The Basketball Power Index, ESPN’s predictive model of team strength, looks at many factors in its rankings. It looks at things such as the past performances of the coach and players on the roster and recruiting rankings, but it also takes into an account the percentage of minutes returning.
Wichita State’s experience was the main reason why the Shockers were ranked as the No. 1 team in the country in the BPI’s initial rankings in July. On Wednesday, BPI released its postseason odds and Wichita State was given a 26 percent chance to reach the Final Four and an 11 percent chance of winning the national championship — both the highest in the country.
Wichita State was given a BPI rating of 12.0, meaning it is 12 points better than the average team on a neutral court. The Shockers return all five starters, their top eight scorers, and close to 89 percent of its minutes from last season’s 31-win team.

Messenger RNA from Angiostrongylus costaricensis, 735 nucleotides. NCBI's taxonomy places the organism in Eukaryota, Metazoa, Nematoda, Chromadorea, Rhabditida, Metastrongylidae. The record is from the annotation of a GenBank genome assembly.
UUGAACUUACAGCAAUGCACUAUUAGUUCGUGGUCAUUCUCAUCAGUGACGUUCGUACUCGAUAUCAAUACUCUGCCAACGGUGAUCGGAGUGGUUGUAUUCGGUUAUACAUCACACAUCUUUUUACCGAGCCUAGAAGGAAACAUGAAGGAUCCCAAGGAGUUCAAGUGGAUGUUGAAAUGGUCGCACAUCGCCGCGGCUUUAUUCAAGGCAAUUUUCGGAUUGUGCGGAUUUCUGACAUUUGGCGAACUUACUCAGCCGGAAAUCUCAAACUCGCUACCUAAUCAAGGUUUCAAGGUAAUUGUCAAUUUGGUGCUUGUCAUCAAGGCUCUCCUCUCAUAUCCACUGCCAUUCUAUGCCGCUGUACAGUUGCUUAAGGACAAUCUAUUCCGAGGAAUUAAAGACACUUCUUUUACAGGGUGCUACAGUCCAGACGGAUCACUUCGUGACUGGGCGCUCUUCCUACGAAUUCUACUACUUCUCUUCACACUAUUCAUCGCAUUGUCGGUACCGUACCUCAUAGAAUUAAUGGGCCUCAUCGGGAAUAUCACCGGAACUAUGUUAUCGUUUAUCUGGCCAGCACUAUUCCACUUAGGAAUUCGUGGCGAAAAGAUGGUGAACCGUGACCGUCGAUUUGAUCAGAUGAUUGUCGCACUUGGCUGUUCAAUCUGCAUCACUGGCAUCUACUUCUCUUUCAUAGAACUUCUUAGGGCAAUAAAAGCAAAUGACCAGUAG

“Wichita State, despite being a 10-seed in the NCAA tournament in 2017, actually finished the season — by BPI's measure — as the 15th-best team in the country,” ESPN’s Seth Walder wrote back in July. “And it did so as a team that hardly played its seniors at all, so the Shockers are bringing almost everyone relevant back. In BPI's mind, that's huge. Returning so many minutes after a strong season is a big reason why BPI considers the Shockers to own the fourth-strongest offense and defense in the country, which helped them edge out the likes of Louisville and Villanova in overall BPI.”
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Being named favorite to win the national title is the highest praise in an offseason full of praise.
The Shockers received top-10 preseason rankings in the Coaches Poll (No. 8) and the AP Poll (No. 7) — both the highest preseason ranking the program has received in the respective poll in 36 years. Sports Illustrated projected Wichita State to land the No. 1 seed in the Midwest region in the NCAA tournament over Kansas on Tuesday, as well.
Coach Gregg Marshall has never put stock into preseason rankings and has made sure his team is aware of how little he cares before the season-opener on Nov. 10 against Missouri-Kansas City.
“It’s all conjecture,” Marshall said. “That’s nothing that has been proven, so I tell our guys to not believe the hype. We have to get ready to get people’s best shot.”